Thursday, last week, after doing Wednesday press work, Daily Laborer decided t’was time to get a Covid-19 second booster vaccine shot and so proceeded where Baguio Health Department (BHD) authorities temporarily quartered near Malcolm Square, Baguio City, in the conduct of its vaccination protocols.
BHD’s vaccination area is just in front of the building which residents know as having previously housed the famous Plaza Theatre, where many Baguio and La Trinidad folks, in their lifetimes, trooped to that old theatre to watch movies.
Received warmly by BHD personnel assigned there, they inspected Daily Laborer’s BHD vaccination card, exchanged pleasantries, told him to sign in his name, administered his second booster shot and happily dismissed him.
For a moment, Daily laborer thought of resting on one of the monobloc chairs conveniently placed there by the BHD and Baguio City Police Office (BCPO), for people waiting to receive their vaccine shots, and simply to cast his eyes around.
Silently surveying the hustle and bustle of people in the area for a long time, it profoundly impressed upon Daily laborer that the horde of people from all walks of life moving hither and yon at Malcolm Square where he sat, were following where their noses led them.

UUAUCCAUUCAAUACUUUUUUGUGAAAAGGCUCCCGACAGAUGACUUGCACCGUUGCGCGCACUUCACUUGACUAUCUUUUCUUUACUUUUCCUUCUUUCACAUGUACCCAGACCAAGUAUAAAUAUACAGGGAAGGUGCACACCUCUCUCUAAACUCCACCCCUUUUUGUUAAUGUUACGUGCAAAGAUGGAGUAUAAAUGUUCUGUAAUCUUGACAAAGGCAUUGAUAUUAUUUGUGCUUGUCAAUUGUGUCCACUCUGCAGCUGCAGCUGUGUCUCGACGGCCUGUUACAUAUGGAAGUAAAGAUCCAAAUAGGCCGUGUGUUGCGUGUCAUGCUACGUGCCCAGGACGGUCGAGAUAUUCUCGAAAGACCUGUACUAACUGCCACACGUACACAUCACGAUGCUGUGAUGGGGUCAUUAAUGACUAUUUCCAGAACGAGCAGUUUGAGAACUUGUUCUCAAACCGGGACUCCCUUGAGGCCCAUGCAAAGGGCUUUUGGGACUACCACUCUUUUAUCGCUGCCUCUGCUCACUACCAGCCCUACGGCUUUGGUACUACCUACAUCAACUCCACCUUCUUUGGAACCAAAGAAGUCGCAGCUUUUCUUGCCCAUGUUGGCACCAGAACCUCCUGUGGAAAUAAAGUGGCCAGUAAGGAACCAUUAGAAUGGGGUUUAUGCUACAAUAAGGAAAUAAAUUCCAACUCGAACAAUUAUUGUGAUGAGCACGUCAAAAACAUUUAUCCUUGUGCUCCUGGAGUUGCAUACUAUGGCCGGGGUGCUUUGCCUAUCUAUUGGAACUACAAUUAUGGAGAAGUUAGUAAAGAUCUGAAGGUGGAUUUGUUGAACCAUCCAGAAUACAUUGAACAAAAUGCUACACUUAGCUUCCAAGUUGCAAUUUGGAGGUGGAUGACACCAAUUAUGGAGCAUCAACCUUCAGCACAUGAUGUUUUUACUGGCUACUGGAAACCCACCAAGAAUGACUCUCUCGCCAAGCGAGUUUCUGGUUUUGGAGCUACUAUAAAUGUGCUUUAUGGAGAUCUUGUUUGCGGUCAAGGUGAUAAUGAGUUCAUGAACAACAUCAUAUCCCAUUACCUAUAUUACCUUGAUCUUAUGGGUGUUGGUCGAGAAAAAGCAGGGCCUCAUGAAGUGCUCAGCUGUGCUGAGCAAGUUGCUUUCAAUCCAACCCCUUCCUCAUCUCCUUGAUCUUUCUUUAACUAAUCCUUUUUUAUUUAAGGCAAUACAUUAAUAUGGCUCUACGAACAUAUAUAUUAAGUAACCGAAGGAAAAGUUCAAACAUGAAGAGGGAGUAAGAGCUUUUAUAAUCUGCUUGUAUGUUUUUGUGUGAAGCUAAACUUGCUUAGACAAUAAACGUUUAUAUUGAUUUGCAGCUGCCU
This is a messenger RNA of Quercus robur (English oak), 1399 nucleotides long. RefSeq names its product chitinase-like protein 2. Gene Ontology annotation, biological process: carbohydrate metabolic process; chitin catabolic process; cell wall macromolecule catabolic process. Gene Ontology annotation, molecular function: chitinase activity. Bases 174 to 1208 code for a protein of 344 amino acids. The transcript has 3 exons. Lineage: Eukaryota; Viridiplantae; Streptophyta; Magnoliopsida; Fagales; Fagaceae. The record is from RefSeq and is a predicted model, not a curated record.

These people – a work force, laborers, all, – have hit the road to do what they felt right in a particular situation at a particular time, trusting their own feelings and not unnecessarily influenced by other people’s opinions.
For instance, Daily Laborer spotted three lawyers holding Manila envelopes pass by near him, apparently hurrying towards Baguio City Justice Hall, as per their talks he heard. Then he saw government workers, many, his friends.
One of the government employee who saw Daily laborer, hailed him and said, “Mapan kami ag-attend seminar idiay Trinidad, manong.” (He apparently meant La Trinidad).
He saw ladies in nurse uniforms, apparently having timed off from night hospital duty. Tiredness and want for sleep cringed their pretty faces and eyes, as they hurried home. He espied harried mothers, with folded eco-friendly bags head towards the city’s markets.